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    Cysticercosis is caused by infection with the larval stage ofTaenia solium, the pork tapeworm. A brief description of the many changes that cysticerci induce in the central nervous system (CNS) is necessary to understand the pathogenesis of neurocysticercosis (NCC) related stroke. Lacunar infarctions occur as the result of inflammatory occlusion of small penetrating branches of the middle cerebral artery (MCA). Another cerebrovascular complication of NCC is hemorrhagic stroke. Stroke is common among patients with subarachnoid NCC, but it is seldom observed in other forms of the disease. CT and MRI show the infarction as well as the characteristic findings of subarachnoid NCC, including abnormal enhancement of leptomeninges, hydrocephalus, and cystic lesions located at the sylvian fissure or basal cisterns. Introduction of cysticidal drugs (albendazole and praziquantel) have greatly improved the prognosis of NCC by destroying intracranial cysts and improving the neurological manifestations in most patients with parenchymal NCC.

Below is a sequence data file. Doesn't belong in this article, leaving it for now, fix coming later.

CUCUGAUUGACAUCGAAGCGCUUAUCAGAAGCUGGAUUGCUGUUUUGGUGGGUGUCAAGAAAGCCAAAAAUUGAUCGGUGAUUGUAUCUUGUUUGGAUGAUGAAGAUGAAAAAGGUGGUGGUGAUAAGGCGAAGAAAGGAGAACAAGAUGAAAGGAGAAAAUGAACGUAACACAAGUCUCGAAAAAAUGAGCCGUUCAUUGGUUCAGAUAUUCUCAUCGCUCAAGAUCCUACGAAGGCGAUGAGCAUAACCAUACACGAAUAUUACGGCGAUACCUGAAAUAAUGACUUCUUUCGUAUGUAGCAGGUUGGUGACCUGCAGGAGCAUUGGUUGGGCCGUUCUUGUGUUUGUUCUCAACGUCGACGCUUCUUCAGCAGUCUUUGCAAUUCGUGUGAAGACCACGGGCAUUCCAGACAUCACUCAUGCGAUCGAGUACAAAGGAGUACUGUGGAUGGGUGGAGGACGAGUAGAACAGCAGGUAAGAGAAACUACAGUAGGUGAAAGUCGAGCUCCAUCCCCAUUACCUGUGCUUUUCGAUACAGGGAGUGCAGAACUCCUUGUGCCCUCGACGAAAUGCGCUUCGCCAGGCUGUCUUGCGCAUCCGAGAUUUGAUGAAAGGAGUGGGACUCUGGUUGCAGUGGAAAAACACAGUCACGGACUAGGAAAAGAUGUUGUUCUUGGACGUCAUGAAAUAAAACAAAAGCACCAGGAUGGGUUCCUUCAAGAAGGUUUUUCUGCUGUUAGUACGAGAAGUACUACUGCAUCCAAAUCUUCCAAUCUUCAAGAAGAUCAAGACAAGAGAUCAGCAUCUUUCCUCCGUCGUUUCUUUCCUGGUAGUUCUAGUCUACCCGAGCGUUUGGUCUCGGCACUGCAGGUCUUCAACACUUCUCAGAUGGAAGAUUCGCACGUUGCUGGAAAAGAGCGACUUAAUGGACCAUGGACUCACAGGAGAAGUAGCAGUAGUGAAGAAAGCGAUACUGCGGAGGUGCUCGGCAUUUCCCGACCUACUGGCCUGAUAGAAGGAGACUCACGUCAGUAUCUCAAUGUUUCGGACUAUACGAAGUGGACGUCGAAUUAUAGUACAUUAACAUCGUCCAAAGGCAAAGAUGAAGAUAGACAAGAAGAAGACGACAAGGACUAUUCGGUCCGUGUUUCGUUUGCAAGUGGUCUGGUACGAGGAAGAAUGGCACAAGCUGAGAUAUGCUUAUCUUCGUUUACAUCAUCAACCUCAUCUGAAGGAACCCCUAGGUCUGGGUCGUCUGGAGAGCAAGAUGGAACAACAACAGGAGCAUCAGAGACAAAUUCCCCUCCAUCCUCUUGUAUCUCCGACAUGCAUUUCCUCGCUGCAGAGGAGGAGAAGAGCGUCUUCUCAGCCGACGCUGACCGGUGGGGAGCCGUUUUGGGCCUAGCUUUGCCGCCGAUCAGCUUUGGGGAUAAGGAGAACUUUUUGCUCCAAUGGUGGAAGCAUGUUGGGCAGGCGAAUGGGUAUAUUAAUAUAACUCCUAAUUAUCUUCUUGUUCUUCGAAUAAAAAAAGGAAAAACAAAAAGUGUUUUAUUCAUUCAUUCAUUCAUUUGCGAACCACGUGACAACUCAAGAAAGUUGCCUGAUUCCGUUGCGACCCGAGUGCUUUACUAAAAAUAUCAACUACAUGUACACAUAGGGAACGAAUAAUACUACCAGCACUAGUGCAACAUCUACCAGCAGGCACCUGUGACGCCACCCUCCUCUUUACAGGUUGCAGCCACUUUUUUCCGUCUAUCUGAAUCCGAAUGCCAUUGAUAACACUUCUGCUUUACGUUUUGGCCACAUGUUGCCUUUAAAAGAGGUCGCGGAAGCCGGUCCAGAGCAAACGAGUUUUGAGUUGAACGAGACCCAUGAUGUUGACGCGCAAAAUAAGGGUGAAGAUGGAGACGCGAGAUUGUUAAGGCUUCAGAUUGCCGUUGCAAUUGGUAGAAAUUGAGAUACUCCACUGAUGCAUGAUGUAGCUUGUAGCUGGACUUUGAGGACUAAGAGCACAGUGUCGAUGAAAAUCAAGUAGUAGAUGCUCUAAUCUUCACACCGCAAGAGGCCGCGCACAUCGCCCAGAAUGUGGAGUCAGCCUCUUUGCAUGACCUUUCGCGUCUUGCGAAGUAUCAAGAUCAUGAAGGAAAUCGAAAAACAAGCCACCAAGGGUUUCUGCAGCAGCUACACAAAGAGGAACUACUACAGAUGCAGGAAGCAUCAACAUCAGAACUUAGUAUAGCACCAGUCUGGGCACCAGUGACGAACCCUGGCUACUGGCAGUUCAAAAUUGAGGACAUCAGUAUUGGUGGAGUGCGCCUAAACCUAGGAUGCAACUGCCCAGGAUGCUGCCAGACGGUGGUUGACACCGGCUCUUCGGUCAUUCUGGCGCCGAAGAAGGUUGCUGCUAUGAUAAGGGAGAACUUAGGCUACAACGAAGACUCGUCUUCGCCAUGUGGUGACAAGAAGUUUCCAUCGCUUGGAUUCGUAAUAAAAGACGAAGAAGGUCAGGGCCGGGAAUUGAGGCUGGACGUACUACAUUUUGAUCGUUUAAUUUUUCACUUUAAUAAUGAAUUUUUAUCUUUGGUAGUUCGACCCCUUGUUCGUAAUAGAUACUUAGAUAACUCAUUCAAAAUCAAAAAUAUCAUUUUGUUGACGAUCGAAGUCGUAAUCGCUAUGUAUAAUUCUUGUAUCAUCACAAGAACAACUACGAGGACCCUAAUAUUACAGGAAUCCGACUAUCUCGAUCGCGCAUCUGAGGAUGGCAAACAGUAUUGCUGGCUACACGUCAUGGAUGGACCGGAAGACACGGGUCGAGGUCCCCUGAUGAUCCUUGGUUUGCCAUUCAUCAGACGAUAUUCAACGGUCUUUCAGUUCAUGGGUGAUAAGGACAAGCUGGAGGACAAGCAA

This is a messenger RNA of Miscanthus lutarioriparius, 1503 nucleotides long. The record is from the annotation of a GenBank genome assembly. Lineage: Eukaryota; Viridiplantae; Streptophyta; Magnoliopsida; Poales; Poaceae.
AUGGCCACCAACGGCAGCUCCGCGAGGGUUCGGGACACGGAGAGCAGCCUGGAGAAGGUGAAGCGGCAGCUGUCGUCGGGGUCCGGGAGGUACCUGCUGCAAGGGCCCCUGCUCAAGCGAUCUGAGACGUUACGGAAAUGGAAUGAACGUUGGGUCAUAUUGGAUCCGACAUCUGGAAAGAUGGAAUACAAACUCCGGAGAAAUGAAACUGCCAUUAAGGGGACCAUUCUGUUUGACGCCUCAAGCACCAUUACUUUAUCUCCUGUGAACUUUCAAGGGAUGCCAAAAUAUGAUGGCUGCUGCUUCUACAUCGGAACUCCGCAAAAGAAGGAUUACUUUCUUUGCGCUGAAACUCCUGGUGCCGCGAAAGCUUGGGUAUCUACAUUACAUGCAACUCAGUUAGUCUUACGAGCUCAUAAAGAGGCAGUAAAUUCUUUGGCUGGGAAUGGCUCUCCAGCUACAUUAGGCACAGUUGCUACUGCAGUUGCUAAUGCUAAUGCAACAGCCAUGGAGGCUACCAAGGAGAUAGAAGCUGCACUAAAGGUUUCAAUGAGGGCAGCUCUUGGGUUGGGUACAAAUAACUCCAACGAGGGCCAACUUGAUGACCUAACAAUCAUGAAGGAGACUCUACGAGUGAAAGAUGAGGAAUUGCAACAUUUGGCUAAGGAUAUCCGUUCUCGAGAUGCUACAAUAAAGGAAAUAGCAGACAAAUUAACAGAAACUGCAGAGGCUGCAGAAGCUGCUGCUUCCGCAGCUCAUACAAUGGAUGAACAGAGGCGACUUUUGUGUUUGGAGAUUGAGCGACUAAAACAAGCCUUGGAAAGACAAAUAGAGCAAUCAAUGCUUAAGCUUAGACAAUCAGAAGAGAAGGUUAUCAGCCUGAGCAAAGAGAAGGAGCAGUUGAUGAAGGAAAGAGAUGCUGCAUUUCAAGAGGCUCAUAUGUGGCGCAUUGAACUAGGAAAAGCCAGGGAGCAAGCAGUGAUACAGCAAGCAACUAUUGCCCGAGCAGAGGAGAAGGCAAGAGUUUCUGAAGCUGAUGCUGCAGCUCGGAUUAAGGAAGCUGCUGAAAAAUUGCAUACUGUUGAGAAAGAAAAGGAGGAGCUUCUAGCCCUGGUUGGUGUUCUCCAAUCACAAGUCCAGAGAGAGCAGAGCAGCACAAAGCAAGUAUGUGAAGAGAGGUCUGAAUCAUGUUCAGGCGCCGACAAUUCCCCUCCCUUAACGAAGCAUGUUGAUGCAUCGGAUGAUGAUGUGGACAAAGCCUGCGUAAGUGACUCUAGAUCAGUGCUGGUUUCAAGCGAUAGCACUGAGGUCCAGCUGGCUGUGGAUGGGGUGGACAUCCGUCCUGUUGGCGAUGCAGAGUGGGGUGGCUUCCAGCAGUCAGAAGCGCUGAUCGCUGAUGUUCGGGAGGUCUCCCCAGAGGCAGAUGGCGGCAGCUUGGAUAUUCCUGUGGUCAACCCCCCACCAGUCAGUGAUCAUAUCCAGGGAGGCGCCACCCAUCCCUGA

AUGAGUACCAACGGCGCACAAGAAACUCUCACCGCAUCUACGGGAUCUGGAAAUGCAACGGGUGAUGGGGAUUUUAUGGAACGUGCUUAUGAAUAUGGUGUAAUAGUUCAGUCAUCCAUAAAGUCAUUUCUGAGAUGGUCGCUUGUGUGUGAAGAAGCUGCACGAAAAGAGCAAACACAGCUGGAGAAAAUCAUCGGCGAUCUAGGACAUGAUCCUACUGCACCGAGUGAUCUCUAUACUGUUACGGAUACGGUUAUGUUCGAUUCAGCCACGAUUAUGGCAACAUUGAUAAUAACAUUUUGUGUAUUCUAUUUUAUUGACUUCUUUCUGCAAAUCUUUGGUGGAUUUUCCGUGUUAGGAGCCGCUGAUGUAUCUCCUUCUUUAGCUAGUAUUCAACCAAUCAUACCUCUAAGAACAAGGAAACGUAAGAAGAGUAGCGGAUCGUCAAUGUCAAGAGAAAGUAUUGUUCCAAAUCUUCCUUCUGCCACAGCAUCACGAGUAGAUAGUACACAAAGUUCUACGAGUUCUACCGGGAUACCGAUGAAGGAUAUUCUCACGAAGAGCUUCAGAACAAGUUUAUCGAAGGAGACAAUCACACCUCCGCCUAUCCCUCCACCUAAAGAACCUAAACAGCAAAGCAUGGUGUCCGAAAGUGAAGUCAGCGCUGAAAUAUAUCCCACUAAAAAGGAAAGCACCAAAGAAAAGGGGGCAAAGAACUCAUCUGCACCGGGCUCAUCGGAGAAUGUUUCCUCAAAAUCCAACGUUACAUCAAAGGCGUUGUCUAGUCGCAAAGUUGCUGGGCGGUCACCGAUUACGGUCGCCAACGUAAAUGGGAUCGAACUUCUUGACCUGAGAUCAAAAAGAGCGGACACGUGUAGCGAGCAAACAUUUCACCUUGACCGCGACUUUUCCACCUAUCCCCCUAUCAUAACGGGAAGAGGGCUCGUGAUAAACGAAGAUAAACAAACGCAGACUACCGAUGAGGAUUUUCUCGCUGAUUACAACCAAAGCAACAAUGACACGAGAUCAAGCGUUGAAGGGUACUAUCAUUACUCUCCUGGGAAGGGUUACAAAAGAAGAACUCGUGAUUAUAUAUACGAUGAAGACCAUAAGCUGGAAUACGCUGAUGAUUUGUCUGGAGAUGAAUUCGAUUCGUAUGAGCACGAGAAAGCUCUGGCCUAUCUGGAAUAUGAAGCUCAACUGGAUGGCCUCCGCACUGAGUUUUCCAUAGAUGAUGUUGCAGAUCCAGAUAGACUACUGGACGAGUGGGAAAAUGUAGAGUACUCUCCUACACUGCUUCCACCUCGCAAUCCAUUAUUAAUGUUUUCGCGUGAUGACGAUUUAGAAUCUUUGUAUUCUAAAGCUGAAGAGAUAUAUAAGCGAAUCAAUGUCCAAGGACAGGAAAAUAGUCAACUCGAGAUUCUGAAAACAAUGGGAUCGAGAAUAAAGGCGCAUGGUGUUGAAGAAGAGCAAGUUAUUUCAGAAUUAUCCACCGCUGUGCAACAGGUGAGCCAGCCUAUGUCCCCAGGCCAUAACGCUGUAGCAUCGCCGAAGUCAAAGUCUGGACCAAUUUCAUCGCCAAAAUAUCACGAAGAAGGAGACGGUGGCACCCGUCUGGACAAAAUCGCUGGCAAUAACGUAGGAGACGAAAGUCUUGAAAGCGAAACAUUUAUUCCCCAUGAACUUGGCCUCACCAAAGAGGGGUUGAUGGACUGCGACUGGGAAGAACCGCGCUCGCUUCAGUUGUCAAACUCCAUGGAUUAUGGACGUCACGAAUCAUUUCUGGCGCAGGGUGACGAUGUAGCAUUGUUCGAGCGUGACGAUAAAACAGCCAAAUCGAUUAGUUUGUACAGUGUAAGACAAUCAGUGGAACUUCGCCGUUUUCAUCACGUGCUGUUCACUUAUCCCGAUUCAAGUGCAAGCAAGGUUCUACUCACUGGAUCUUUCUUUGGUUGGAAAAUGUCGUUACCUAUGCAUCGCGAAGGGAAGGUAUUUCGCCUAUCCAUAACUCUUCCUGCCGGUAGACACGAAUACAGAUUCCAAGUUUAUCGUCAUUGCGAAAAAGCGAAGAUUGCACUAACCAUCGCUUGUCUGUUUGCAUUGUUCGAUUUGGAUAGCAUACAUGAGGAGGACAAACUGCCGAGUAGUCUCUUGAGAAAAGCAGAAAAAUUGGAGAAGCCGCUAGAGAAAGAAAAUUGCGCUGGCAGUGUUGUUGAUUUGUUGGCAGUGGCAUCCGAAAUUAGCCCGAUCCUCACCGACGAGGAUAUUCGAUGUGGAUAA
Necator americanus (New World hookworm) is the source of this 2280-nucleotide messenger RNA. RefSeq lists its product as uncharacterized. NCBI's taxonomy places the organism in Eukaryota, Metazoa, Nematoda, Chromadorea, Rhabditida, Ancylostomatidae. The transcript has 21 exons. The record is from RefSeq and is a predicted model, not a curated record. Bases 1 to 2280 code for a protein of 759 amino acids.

pp 109-114
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    Lyme disease, the multisystem infectious disease caused by the tick-borne spirochete Borrelia burgdorferi, readily invades the central nervous system (CNS) and, in up to 15% of patients, causes symptomatic meningitis or involvement of the cranial or spinal nerves. The clinical evidence supporting an association between B. burgdorferi infection and cerebral vasculitis or stroke is tenuous at best. Unfortunately, parenchymal brain disease has not been reported in any animal model. Peripheral nerve disease occurs fairly commonly both in infected patients and in experimentally infected rhesus macaque monkeys. Although in both humans and monkeys this is a patchy multifocal disease (mononeuritis multiplex), with perivascular inflammatory infiltrates evident in biopsied nerves, in neither has there ever been evidence of a true vasculitis or significant vasculopathy. Thus, although neurosyphilis has been known for many years to cause vascular inflammation and damage, to date there is little proof that this occurs in Lyme disease.
    pp 115-122